The Senate on Tuesday stumbled over a must-do bill to prevent the government from shutting down this weekend and to fund the fight against the Zika virus. Democrats, demanding money so Flint, Michigan, can address its lead-contaminated water crisis, overwhelmingly opposed the measure, as did a dozen of the Senate's most conservative members.
The 45-55 vote stalls the stopgap funding bill — for now at least — and is exasperating top Republicans like Senate Majority Leader Mitch McConnell, who made several concessions to Democrats in weeks of negotiations over the measure.
The GOP defections left McConnell, R-Ky., short of a simple majority, much less the 60 votes needed to clear a filibuster hurdle.
Republican leaders are promising to address the Flint issue after the election in a separate water resources bill, but Democrats refuse to take them at their word.
"'Trust me we will consider Flint later' — that's like nothing to me," said House Minority Leader Nancy Pelosi, D-Calif.
Democrats say that it's unfair that the water crisis in Flint has gone on for more than a year with no assistance, while Louisiana and other states are getting $500 million for floods that occurred just last month. Democrats have played a strong hand in the negotiations and know they have leverage because Republicans controlling the House and Senate are eager to avoid a politically harmful shutdown at midnight on Friday.
"Democrats have been clear that Congress should not leave Flint and other lead-tainted communities out of any (stopgap spending) negotiation that includes emergency disaster funding," said Senate Minority Leader Harry Reid, D-Nev., and other top Democrats in a Tuesday morning letter to McConnell.
McConnell characterized the Democratic position as "no Flint, no flood" and indicated he is considering dropping the flood aid.
The stopgap spending bill would keep the government running through Dec. 9 and provide $1.1 billion in long-delayed funding to fight the spread of the Zika virus and develop a vaccine and improved tests to detect it. Zika can cause can cause grave birth defects.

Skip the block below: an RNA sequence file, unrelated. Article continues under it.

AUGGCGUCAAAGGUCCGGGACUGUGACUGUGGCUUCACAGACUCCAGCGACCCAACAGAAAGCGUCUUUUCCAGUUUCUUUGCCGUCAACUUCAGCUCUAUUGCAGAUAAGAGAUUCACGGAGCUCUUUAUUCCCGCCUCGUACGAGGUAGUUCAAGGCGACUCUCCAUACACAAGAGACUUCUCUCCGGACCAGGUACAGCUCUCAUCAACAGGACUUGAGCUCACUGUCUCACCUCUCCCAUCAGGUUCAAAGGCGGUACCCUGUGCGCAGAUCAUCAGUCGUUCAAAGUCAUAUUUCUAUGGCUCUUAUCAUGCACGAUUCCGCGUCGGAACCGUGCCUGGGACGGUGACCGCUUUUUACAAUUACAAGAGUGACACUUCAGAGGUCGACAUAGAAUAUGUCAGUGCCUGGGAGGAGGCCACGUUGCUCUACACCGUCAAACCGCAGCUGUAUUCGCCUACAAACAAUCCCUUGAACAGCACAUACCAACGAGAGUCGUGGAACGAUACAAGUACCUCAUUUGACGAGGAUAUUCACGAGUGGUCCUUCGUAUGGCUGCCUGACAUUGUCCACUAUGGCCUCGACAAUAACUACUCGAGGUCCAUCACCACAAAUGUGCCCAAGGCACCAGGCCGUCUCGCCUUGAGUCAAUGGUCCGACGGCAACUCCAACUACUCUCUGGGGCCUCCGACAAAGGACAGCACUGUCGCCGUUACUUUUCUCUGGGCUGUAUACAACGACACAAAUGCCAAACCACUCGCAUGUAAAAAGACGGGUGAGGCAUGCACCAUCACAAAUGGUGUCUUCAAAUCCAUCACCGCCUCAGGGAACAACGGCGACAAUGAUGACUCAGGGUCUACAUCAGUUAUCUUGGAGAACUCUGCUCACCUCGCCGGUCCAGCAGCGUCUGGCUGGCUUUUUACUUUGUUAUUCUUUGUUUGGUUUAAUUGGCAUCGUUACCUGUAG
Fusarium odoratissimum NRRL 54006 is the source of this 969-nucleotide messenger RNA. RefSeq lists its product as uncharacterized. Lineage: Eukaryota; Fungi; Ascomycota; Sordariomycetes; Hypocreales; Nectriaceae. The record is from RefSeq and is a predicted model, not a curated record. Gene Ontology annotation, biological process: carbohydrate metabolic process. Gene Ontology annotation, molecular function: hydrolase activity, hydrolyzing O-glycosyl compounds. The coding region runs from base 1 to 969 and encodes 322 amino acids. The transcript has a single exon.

McConnell has made numerous concessions in weeks of negotiations on the measure, agreeing, for instance, to drop contentious provisions tied to Zika funding that led Democrats to filibuster prior Zika measures this summer and earlier this month. A provision to make Planned Parenthood ineligible for new anti-Zika funding for Puerto Rico was dropped, as was a provision to ease pesticide regulations under the Clean Water Act. A $400 million package of spending cuts added to the measure is no longer controversial.
The measure also includes a popular full-year spending bill that provides a 4 percent budget increase for the Department of Veterans Affairs.
"Can it really be that Democratic leaders have embraced dysfunction so thoroughly that they'd tank a noncontroversial, 10-week funding bill over — well, what exactly?" McConnell asked, as he opened the Senate on Tuesday. "It's almost as if a few Democratic leaders decided long ago that bringing our country to the brink would make for good election-year politics."
Republicans say the Flint issue will be handled in a separate measure to authorize water development projects. That measure — without Flint money — is set for a House floor debate Tuesday, but Republicans are telegraphing it will be included in any final measure handled in a postelection session. But GOP leaders on Monday night blocked Rep. Dan Kildee, D-Mich. — who represents Flint — from getting a vote on the Senate measure.
House Speaker Paul Ryan, R-Wis., on Tuesday said that the water development bill "is the better place to address this."
The White House, which has not transmitted an official request for Flint aid, poked at Ryan for excluding it from the water projects bill.
"The speaker of the House says he opposes adding funding for Flint to the continuing resolution and believes that it should be handled in the water resources bill. But it's not included in the water resources bill that's advancing through the House. And then he has the nerve to suggest that it's Democrats who are the ones causing problems," said White House Press Secretary Josh Earnest.